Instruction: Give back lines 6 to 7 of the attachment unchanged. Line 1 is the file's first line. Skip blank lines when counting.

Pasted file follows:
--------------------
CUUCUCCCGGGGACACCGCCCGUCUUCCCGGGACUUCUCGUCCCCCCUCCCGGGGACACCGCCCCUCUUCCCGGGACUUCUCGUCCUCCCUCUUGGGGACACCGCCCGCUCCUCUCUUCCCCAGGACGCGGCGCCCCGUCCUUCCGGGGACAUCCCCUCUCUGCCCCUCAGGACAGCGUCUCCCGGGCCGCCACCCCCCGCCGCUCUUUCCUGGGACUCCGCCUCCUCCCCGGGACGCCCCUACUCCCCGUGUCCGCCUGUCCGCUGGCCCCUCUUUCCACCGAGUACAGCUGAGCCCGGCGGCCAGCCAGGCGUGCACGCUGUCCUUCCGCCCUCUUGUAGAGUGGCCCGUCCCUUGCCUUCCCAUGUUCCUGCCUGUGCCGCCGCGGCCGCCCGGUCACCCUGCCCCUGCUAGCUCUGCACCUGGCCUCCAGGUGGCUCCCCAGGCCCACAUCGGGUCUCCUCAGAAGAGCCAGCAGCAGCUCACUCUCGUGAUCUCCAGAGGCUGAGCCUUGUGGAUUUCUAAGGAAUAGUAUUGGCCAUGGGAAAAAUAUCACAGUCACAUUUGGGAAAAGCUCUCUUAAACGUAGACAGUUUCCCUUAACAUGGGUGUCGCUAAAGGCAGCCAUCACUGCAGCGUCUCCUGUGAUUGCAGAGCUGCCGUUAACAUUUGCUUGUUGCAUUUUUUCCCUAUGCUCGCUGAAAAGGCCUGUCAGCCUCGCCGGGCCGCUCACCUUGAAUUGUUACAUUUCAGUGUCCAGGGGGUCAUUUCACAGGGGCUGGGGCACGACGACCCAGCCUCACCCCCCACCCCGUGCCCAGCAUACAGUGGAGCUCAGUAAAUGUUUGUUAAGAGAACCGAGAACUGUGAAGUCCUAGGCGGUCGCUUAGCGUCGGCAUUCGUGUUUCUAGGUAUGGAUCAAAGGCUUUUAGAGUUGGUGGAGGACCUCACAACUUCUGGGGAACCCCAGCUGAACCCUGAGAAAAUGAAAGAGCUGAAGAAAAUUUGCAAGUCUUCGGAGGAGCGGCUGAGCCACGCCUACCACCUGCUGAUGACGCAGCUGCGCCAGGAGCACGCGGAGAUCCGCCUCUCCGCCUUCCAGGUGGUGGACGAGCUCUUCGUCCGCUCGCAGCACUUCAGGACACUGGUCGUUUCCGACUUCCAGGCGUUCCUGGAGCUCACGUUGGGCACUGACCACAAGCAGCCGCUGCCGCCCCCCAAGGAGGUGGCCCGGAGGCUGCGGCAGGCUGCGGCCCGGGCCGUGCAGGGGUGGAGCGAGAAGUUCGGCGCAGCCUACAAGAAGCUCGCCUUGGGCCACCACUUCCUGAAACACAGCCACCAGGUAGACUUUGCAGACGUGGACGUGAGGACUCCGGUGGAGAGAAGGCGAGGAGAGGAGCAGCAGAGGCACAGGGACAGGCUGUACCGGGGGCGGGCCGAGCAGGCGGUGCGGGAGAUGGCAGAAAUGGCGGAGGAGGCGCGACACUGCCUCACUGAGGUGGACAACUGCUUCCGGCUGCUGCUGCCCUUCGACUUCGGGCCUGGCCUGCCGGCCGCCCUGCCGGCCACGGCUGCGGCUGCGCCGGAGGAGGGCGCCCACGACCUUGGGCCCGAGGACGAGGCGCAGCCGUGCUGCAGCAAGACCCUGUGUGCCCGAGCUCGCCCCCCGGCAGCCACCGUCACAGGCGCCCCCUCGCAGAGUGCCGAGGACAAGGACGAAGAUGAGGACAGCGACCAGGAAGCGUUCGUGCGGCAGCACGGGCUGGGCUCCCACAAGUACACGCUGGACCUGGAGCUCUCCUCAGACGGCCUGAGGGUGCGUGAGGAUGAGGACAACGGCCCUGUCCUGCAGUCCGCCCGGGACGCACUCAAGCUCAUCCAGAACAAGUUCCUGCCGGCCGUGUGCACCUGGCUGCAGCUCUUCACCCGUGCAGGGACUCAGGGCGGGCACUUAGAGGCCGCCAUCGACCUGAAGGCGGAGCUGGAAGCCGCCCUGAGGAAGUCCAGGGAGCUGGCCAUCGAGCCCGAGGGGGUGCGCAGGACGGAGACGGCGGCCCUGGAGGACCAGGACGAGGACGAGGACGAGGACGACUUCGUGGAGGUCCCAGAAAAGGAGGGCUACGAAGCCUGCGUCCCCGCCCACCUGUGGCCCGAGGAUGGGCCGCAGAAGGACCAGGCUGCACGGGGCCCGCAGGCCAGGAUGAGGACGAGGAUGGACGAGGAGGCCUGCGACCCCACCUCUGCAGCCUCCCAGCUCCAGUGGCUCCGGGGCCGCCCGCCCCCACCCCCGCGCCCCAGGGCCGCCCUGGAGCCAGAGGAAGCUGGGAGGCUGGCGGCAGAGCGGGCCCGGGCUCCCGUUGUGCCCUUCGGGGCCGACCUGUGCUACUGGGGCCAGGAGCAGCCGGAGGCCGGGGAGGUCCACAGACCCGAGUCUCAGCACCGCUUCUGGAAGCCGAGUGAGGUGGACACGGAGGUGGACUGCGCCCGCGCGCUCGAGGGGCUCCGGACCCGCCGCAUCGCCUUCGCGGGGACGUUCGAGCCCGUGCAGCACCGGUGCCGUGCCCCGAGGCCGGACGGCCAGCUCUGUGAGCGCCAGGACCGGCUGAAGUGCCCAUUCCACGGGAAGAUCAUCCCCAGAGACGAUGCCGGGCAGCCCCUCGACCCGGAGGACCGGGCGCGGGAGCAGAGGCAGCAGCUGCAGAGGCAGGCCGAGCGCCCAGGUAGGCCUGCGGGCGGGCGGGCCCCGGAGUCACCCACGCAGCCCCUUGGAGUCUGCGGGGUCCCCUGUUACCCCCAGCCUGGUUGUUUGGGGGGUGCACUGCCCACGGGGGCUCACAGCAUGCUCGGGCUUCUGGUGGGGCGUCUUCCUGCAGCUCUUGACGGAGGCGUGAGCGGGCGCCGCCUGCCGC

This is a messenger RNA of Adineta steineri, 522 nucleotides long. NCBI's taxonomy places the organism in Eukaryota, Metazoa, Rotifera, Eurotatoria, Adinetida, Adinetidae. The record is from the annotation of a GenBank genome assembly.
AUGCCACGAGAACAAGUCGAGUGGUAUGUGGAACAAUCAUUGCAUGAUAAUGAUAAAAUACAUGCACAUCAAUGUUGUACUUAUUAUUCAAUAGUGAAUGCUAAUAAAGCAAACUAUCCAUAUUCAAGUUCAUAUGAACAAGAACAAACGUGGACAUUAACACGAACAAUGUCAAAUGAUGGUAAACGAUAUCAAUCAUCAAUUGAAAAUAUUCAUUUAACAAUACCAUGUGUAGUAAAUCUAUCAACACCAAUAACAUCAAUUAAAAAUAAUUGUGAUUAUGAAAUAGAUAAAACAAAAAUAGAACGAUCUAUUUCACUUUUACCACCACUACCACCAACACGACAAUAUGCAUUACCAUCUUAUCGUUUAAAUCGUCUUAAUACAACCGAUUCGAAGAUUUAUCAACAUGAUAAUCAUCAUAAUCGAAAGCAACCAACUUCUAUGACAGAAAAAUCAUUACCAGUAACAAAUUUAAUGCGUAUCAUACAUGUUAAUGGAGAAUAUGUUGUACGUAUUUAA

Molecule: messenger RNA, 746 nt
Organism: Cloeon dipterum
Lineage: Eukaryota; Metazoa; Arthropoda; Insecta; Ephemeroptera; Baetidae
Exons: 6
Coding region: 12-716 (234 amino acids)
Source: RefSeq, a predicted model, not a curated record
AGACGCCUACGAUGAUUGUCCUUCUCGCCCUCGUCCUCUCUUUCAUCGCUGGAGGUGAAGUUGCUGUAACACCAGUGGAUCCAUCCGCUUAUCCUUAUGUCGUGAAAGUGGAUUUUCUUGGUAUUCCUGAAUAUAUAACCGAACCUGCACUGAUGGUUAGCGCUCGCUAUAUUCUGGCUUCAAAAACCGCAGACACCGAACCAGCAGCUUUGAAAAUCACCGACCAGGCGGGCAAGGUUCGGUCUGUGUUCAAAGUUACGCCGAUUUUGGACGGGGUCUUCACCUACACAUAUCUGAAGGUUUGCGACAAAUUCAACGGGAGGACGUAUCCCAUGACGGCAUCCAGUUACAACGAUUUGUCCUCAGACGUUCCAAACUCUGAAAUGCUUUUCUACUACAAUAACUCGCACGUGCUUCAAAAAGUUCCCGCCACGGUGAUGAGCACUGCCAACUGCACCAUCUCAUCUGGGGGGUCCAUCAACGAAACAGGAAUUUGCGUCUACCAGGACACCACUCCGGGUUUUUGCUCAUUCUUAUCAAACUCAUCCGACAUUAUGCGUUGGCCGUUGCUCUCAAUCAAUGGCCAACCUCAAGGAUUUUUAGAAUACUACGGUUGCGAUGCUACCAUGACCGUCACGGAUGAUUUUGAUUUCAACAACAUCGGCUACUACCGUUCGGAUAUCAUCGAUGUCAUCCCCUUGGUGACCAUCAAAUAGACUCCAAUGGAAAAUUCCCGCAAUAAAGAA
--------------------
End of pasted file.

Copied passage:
Lineage: Eukaryota; Metazoa; Arthropoda; Insecta; Ephemeroptera; Baetidae
Exons: 6